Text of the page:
There are many other tourism ideas that would appear effective and could be implemented quickly, though they tend towards a more commercial nature. Still, the costs involved are nominal compared to the current resources dedicated to advertising by local businesses and tourism agencies. Here are some of the goals which might ideally be realized for the coming summer tourist season:
The Oak Park Tourist has received its share of ``fan-e-mail''. Here are some quotes:
First, here is a rough estimate of the expected costs: For a commercial enterprise, there is no free Web access. Typically, it costs $300 initial expense, plus $100/month recurring charges to host a full Web page with it's own URL address. As an example, F. C. Pilgrim and Company has the Web URL address http://fcpilgrim.com/. Alternately, a business can choose to have its homepage hosted on a larger common site. For example, Gloor Realty has the Web URL address http://neog.com/gloorrealty/, being hosted on the server http://neog.com/. Each option has its advantages and disadvantages.
In addition to the monthly charge for hosting a page on the internet, the business must pay to have the initial site developed. That is, the page must be designed, graphics to represent the business scanned in or created as appropriate, and the printed material to be posted on the site written and/or marked up in HTML - the language of the Web. This can cost anywhere from $200 to $500 for a very basic page, to many thousands when there are a lot of pages, information, graphics and pictures to present. And if you have the money to spend, it is purported that some sites cost in the hundred of thousands to develop (the site http://www.prudential.com/ is rumored to be such a site.) If the information changes on a frequent basis, the business also must make arrangements to have the page frequently updated to keep it fresh.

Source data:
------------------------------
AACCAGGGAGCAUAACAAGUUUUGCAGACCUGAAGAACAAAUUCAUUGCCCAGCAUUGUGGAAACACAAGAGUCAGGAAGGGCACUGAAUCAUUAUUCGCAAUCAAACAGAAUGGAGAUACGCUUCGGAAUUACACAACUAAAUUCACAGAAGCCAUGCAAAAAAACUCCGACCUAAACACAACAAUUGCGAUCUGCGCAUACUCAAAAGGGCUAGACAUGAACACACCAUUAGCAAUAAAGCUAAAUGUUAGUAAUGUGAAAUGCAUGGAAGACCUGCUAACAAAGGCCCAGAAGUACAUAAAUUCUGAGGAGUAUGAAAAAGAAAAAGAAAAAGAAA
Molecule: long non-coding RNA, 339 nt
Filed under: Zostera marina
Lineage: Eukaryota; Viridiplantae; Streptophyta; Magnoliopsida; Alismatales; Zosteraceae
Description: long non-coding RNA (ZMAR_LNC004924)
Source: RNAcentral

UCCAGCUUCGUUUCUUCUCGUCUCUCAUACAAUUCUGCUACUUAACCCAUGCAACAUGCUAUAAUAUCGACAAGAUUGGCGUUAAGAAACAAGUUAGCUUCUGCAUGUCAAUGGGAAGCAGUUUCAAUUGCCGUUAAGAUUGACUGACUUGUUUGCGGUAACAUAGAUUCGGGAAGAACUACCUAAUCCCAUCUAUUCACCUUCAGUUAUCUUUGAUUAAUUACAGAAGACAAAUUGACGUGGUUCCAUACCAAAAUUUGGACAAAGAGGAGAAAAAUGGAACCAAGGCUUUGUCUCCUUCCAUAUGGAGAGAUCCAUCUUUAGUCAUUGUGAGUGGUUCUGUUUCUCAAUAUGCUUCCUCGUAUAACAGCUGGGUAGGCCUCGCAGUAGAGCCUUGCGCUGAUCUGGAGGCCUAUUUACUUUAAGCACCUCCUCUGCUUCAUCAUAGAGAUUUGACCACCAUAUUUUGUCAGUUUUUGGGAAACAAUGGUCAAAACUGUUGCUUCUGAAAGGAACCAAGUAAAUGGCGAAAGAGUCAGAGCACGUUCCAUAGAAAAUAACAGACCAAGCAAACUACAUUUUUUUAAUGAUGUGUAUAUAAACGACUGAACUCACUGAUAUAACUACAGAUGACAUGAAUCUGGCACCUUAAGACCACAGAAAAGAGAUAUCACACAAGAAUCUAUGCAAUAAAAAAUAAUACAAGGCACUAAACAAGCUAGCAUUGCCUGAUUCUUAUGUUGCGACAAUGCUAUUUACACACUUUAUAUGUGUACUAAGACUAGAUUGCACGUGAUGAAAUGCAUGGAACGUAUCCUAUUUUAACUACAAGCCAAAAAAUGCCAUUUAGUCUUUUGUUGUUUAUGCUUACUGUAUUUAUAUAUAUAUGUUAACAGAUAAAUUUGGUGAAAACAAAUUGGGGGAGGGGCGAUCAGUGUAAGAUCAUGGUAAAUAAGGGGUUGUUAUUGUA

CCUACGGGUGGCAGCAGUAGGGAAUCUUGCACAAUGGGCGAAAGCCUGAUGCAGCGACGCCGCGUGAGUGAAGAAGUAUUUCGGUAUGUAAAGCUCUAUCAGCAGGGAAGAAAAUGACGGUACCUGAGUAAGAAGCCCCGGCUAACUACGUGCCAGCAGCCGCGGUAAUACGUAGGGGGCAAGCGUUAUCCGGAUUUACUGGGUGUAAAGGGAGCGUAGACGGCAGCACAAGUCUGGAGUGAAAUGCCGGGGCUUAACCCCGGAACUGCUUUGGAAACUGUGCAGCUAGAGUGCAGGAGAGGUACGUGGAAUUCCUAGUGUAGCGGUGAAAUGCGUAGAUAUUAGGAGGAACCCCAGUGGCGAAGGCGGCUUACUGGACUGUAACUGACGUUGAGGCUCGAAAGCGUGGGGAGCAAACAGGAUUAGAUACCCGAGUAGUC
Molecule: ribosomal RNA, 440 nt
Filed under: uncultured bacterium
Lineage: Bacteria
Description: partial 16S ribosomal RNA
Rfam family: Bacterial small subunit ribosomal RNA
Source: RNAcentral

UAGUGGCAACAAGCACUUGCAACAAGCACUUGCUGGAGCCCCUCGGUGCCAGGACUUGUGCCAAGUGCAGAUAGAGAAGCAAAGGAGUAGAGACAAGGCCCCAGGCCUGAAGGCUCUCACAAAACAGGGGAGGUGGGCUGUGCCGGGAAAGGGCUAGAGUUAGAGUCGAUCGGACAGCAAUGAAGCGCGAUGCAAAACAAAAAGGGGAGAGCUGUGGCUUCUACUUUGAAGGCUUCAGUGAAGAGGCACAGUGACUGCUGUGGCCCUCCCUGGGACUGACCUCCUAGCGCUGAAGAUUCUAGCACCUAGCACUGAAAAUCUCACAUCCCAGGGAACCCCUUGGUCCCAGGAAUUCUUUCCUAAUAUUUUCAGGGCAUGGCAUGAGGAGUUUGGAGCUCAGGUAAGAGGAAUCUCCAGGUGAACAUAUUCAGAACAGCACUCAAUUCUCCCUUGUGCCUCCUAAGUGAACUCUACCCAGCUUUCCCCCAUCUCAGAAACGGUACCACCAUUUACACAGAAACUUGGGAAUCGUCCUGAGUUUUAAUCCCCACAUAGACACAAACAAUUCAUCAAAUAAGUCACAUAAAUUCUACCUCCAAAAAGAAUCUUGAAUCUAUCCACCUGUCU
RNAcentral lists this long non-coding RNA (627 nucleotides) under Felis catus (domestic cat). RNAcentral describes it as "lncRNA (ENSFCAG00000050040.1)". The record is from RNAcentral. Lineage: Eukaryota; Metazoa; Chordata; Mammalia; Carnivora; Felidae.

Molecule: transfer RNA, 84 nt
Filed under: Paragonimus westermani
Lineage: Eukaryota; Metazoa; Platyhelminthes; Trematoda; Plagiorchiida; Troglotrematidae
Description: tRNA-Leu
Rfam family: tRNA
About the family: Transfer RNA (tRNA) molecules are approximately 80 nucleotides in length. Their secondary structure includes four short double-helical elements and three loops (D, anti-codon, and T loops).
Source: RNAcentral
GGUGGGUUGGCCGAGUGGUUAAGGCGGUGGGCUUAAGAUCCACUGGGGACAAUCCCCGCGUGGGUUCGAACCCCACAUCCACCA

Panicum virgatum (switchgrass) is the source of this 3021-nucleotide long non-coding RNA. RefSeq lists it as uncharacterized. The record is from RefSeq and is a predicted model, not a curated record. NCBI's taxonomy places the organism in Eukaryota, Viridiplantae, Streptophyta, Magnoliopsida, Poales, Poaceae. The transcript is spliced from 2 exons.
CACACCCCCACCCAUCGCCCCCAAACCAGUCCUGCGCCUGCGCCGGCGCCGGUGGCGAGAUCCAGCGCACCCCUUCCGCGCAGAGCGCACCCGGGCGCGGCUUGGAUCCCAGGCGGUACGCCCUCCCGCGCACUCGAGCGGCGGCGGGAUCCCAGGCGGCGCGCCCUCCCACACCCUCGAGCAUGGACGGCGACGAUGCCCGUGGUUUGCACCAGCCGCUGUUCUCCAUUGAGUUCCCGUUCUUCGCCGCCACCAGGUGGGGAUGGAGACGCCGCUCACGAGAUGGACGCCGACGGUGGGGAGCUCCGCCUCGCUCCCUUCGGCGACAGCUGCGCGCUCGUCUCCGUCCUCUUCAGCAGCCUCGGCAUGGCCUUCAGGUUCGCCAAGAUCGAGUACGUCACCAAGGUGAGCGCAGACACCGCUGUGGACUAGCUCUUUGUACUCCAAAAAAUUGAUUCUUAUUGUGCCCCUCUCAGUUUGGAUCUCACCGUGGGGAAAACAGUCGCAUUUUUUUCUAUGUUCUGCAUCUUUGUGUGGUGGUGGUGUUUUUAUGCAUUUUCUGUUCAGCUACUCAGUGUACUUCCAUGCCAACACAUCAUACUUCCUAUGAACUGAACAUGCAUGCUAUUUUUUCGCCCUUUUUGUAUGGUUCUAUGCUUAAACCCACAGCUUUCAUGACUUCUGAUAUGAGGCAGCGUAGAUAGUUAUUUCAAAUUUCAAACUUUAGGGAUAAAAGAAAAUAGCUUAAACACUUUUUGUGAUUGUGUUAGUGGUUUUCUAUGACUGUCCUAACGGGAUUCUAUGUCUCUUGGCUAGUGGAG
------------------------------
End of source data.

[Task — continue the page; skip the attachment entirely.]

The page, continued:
What are the advantages? A Web homepage presents a business -- in the fashion of its choosing -- to the electronic community, a typically affluent segment of the population. A truism of the Web is that with some effort, a start-up or other small business can create a Web homepage that competes equally with those of much larger companies. The small business homepage often stands out due to its innovations and the creativity of the people creating the page, working in close contact with the owners of the business. Creativity is a magnet that attracts attention of Web surfers.
A business Web homepage can be set up to encourage feedback and communication with the browser. It can be a third contact mechanism: one can use a Web ``interactive form page'' to initiate contact with a customer, then respond to the request either with email, or by telephone or Fax.